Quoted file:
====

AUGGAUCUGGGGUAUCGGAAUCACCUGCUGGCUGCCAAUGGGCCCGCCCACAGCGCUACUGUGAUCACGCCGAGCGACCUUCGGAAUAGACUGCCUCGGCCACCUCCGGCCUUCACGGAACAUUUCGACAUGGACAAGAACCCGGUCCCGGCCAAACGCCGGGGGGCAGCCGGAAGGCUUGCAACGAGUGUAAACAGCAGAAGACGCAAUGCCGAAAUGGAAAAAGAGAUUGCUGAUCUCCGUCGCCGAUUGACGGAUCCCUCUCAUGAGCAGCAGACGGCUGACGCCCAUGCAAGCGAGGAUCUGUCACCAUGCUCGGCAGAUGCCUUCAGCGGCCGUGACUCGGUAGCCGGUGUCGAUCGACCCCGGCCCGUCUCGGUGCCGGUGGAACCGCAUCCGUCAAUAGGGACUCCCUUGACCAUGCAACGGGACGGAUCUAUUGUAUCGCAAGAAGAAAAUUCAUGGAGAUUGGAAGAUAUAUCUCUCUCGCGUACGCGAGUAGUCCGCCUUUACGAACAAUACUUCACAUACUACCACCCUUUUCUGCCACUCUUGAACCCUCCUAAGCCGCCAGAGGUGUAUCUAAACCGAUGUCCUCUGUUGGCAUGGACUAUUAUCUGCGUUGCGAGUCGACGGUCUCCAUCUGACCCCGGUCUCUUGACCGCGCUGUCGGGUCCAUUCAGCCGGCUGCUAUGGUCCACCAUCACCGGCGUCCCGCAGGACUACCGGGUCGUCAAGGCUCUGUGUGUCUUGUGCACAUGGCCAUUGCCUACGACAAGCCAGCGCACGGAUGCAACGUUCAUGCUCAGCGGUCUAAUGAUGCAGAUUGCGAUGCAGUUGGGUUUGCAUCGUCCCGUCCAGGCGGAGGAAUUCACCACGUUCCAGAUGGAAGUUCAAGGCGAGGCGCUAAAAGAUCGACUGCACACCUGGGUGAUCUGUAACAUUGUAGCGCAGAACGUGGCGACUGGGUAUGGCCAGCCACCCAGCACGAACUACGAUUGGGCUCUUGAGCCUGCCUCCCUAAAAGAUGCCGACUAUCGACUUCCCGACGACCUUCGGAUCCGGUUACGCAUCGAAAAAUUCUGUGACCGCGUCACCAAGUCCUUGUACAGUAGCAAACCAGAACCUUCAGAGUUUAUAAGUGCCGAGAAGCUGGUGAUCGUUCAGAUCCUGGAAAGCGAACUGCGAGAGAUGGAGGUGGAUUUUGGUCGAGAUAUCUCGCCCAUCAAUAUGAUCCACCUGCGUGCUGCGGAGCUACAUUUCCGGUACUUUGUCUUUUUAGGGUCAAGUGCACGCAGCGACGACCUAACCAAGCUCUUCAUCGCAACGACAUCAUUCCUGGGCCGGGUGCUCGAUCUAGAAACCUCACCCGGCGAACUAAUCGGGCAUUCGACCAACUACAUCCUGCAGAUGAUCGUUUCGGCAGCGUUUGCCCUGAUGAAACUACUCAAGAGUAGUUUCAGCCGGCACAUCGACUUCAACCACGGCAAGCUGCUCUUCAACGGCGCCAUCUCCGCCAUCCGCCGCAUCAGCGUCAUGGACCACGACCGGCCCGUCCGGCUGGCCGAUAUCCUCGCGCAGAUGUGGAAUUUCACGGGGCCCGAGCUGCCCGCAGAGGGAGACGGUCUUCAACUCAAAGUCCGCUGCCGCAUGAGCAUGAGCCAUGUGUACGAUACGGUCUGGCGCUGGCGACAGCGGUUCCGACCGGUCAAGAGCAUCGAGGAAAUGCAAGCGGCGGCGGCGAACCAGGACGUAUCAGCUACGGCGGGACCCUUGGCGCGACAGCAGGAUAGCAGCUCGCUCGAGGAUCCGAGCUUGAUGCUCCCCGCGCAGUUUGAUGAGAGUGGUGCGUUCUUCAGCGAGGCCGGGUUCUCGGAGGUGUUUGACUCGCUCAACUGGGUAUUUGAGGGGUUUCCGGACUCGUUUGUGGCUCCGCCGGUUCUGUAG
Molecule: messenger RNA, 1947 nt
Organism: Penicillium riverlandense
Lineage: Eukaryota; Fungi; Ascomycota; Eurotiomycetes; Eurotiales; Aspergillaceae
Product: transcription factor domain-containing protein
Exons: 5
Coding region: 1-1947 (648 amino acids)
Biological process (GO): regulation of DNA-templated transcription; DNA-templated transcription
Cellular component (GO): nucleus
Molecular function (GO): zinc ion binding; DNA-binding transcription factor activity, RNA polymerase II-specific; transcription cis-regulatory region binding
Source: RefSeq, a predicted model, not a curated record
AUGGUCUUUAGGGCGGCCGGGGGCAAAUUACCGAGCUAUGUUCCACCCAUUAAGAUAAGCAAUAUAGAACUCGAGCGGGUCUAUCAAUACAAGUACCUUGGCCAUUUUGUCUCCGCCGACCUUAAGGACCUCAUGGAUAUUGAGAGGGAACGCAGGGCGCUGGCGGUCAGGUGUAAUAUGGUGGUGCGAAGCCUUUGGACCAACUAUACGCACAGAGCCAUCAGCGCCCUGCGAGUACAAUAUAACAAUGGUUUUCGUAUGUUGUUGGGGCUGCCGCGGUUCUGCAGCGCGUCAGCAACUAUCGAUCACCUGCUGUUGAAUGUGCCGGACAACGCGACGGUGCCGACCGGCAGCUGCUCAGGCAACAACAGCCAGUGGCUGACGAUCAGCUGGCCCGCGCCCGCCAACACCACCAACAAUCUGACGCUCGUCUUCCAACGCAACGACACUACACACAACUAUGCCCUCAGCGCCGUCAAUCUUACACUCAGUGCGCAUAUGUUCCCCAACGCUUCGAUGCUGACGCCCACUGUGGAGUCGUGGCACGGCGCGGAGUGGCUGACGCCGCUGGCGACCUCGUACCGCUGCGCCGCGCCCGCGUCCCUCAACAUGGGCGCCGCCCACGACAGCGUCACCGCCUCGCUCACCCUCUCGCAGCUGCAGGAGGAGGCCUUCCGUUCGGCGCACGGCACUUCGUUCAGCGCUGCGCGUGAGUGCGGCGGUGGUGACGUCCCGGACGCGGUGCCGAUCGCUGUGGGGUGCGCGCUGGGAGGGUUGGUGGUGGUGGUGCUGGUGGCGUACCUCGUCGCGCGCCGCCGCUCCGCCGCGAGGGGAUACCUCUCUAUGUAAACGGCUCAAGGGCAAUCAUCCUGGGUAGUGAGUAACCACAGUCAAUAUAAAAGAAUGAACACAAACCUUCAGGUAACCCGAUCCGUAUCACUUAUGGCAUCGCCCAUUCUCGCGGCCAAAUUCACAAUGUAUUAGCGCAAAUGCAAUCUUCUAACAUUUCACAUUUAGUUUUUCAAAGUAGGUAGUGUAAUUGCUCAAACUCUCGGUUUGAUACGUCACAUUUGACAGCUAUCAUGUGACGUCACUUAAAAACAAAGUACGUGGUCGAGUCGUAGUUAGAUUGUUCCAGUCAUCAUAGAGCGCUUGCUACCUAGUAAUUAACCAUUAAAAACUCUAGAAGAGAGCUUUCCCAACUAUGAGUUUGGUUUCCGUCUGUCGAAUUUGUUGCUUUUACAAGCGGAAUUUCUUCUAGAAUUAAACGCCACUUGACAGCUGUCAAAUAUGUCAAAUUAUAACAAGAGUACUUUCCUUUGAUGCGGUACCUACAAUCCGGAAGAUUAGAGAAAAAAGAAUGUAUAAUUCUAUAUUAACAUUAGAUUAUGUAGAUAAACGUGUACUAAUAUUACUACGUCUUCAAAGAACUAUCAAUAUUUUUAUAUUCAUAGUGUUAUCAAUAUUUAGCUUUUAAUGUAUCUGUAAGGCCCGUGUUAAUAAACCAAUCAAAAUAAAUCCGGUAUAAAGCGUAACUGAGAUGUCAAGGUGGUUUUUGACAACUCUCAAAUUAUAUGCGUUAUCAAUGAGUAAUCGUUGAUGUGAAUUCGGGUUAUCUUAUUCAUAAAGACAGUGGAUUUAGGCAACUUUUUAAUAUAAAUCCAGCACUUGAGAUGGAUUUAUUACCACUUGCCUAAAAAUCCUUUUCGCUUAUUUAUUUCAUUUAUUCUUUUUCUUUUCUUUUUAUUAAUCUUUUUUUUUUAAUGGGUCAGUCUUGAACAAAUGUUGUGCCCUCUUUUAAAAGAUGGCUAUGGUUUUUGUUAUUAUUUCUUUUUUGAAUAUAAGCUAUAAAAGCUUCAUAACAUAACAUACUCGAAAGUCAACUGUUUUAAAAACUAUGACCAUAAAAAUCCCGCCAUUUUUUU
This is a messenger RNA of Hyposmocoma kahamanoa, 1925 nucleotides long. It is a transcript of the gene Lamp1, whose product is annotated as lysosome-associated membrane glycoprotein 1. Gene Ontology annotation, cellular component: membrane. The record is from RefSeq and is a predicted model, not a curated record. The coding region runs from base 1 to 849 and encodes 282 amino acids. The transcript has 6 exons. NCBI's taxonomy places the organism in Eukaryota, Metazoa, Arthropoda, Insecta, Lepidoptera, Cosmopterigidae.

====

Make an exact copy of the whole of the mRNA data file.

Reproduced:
AUGGAUCUGGGGUAUCGGAAUCACCUGCUGGCUGCCAAUGGGCCCGCCCACAGCGCUACUGUGAUCACGCCGAGCGACCUUCGGAAUAGACUGCCUCGGCCACCUCCGGCCUUCACGGAACAUUUCGACAUGGACAAGAACCCGGUCCCGGCCAAACGCCGGGGGGCAGCCGGAAGGCUUGCAACGAGUGUAAACAGCAGAAGACGCAAUGCCGAAAUGGAAAAAGAGAUUGCUGAUCUCCGUCGCCGAUUGACGGAUCCCUCUCAUGAGCAGCAGACGGCUGACGCCCAUGCAAGCGAGGAUCUGUCACCAUGCUCGGCAGAUGCCUUCAGCGGCCGUGACUCGGUAGCCGGUGUCGAUCGACCCCGGCCCGUCUCGGUGCCGGUGGAACCGCAUCCGUCAAUAGGGACUCCCUUGACCAUGCAACGGGACGGAUCUAUUGUAUCGCAAGAAGAAAAUUCAUGGAGAUUGGAAGAUAUAUCUCUCUCGCGUACGCGAGUAGUCCGCCUUUACGAACAAUACUUCACAUACUACCACCCUUUUCUGCCACUCUUGAACCCUCCUAAGCCGCCAGAGGUGUAUCUAAACCGAUGUCCUCUGUUGGCAUGGACUAUUAUCUGCGUUGCGAGUCGACGGUCUCCAUCUGACCCCGGUCUCUUGACCGCGCUGUCGGGUCCAUUCAGCCGGCUGCUAUGGUCCACCAUCACCGGCGUCCCGCAGGACUACCGGGUCGUCAAGGCUCUGUGUGUCUUGUGCACAUGGCCAUUGCCUACGACAAGCCAGCGCACGGAUGCAACGUUCAUGCUCAGCGGUCUAAUGAUGCAGAUUGCGAUGCAGUUGGGUUUGCAUCGUCCCGUCCAGGCGGAGGAAUUCACCACGUUCCAGAUGGAAGUUCAAGGCGAGGCGCUAAAAGAUCGACUGCACACCUGGGUGAUCUGUAACAUUGUAGCGCAGAACGUGGCGACUGGGUAUGGCCAGCCACCCAGCACGAACUACGAUUGGGCUCUUGAGCCUGCCUCCCUAAAAGAUGCCGACUAUCGACUUCCCGACGACCUUCGGAUCCGGUUACGCAUCGAAAAAUUCUGUGACCGCGUCACCAAGUCCUUGUACAGUAGCAAACCAGAACCUUCAGAGUUUAUAAGUGCCGAGAAGCUGGUGAUCGUUCAGAUCCUGGAAAGCGAACUGCGAGAGAUGGAGGUGGAUUUUGGUCGAGAUAUCUCGCCCAUCAAUAUGAUCCACCUGCGUGCUGCGGAGCUACAUUUCCGGUACUUUGUCUUUUUAGGGUCAAGUGCACGCAGCGACGACCUAACCAAGCUCUUCAUCGCAACGACAUCAUUCCUGGGCCGGGUGCUCGAUCUAGAAACCUCACCCGGCGAACUAAUCGGGCAUUCGACCAACUACAUCCUGCAGAUGAUCGUUUCGGCAGCGUUUGCCCUGAUGAAACUACUCAAGAGUAGUUUCAGCCGGCACAUCGACUUCAACCACGGCAAGCUGCUCUUCAACGGCGCCAUCUCCGCCAUCCGCCGCAUCAGCGUCAUGGACCACGACCGGCCCGUCCGGCUGGCCGAUAUCCUCGCGCAGAUGUGGAAUUUCACGGGGCCCGAGCUGCCCGCAGAGGGAGACGGUCUUCAACUCAAAGUCCGCUGCCGCAUGAGCAUGAGCCAUGUGUACGAUACGGUCUGGCGCUGGCGACAGCGGUUCCGACCGGUCAAGAGCAUCGAGGAAAUGCAAGCGGCGGCGGCGAACCAGGACGUAUCAGCUACGGCGGGACCCUUGGCGCGACAGCAGGAUAGCAGCUCGCUCGAGGAUCCGAGCUUGAUGCUCCCCGCGCAGUUUGAUGAGAGUGGUGCGUUCUUCAGCGAGGCCGGGUUCUCGGAGGUGUUUGACUCGCUCAACUGGGUAUUUGAGGGGUUUCCGGACUCGUUUGUGGCUCCGCCGGUUCUGUAG
Molecule: messenger RNA, 1947 nt
Organism: Penicillium riverlandense
Lineage: Eukaryota; Fungi; Ascomycota; Eurotiomycetes; Eurotiales; Aspergillaceae
Product: transcription factor domain-containing protein
Exons: 5
Coding region: 1-1947 (648 amino acids)
Biological process (GO): regulation of DNA-templated transcription; DNA-templated transcription
Cellular component (GO): nucleus
Molecular function (GO): zinc ion binding; DNA-binding transcription factor activity, RNA polymerase II-specific; transcription cis-regulatory region binding
Source: RefSeq, a predicted model, not a curated record
AUGGUCUUUAGGGCGGCCGGGGGCAAAUUACCGAGCUAUGUUCCACCCAUUAAGAUAAGCAAUAUAGAACUCGAGCGGGUCUAUCAAUACAAGUACCUUGGCCAUUUUGUCUCCGCCGACCUUAAGGACCUCAUGGAUAUUGAGAGGGAACGCAGGGCGCUGGCGGUCAGGUGUAAUAUGGUGGUGCGAAGCCUUUGGACCAACUAUACGCACAGAGCCAUCAGCGCCCUGCGAGUACAAUAUAACAAUGGUUUUCGUAUGUUGUUGGGGCUGCCGCGGUUCUGCAGCGCGUCAGCAACUAUCGAUCACCUGCUGUUGAAUGUGCCGGACAACGCGACGGUGCCGACCGGCAGCUGCUCAGGCAACAACAGCCAGUGGCUGACGAUCAGCUGGCCCGCGCCCGCCAACACCACCAACAAUCUGACGCUCGUCUUCCAACGCAACGACACUACACACAACUAUGCCCUCAGCGCCGUCAAUCUUACACUCAGUGCGCAUAUGUUCCCCAACGCUUCGAUGCUGACGCCCACUGUGGAGUCGUGGCACGGCGCGGAGUGGCUGACGCCGCUGGCGACCUCGUACCGCUGCGCCGCGCCCGCGUCCCUCAACAUGGGCGCCGCCCACGACAGCGUCACCGCCUCGCUCACCCUCUCGCAGCUGCAGGAGGAGGCCUUCCGUUCGGCGCACGGCACUUCGUUCAGCGCUGCGCGUGAGUGCGGCGGUGGUGACGUCCCGGACGCGGUGCCGAUCGCUGUGGGGUGCGCGCUGGGAGGGUUGGUGGUGGUGGUGCUGGUGGCGUACCUCGUCGCGCGCCGCCGCUCCGCCGCGAGGGGAUACCUCUCUAUGUAAACGGCUCAAGGGCAAUCAUCCUGGGUAGUGAGUAACCACAGUCAAUAUAAAAGAAUGAACACAAACCUUCAGGUAACCCGAUCCGUAUCACUUAUGGCAUCGCCCAUUCUCGCGGCCAAAUUCACAAUGUAUUAGCGCAAAUGCAAUCUUCUAACAUUUCACAUUUAGUUUUUCAAAGUAGGUAGUGUAAUUGCUCAAACUCUCGGUUUGAUACGUCACAUUUGACAGCUAUCAUGUGACGUCACUUAAAAACAAAGUACGUGGUCGAGUCGUAGUUAGAUUGUUCCAGUCAUCAUAGAGCGCUUGCUACCUAGUAAUUAACCAUUAAAAACUCUAGAAGAGAGCUUUCCCAACUAUGAGUUUGGUUUCCGUCUGUCGAAUUUGUUGCUUUUACAAGCGGAAUUUCUUCUAGAAUUAAACGCCACUUGACAGCUGUCAAAUAUGUCAAAUUAUAACAAGAGUACUUUCCUUUGAUGCGGUACCUACAAUCCGGAAGAUUAGAGAAAAAAGAAUGUAUAAUUCUAUAUUAACAUUAGAUUAUGUAGAUAAACGUGUACUAAUAUUACUACGUCUUCAAAGAACUAUCAAUAUUUUUAUAUUCAUAGUGUUAUCAAUAUUUAGCUUUUAAUGUAUCUGUAAGGCCCGUGUUAAUAAACCAAUCAAAAUAAAUCCGGUAUAAAGCGUAACUGAGAUGUCAAGGUGGUUUUUGACAACUCUCAAAUUAUAUGCGUUAUCAAUGAGUAAUCGUUGAUGUGAAUUCGGGUUAUCUUAUUCAUAAAGACAGUGGAUUUAGGCAACUUUUUAAUAUAAAUCCAGCACUUGAGAUGGAUUUAUUACCACUUGCCUAAAAAUCCUUUUCGCUUAUUUAUUUCAUUUAUUCUUUUUCUUUUCUUUUUAUUAAUCUUUUUUUUUUAAUGGGUCAGUCUUGAACAAAUGUUGUGCCCUCUUUUAAAAGAUGGCUAUGGUUUUUGUUAUUAUUUCUUUUUUGAAUAUAAGCUAUAAAAGCUUCAUAACAUAACAUACUCGAAAGUCAACUGUUUUAAAAACUAUGACCAUAAAAAUCCCGCCAUUUUUUU
This is a messenger RNA of Hyposmocoma kahamanoa, 1925 nucleotides long. It is a transcript of the gene Lamp1, whose product is annotated as lysosome-associated membrane glycoprotein 1. Gene Ontology annotation, cellular component: membrane. The record is from RefSeq and is a predicted model, not a curated record. The coding region runs from base 1 to 849 and encodes 282 amino acids. The transcript has 6 exons. NCBI's taxonomy places the organism in Eukaryota, Metazoa, Arthropoda, Insecta, Lepidoptera, Cosmopterigidae.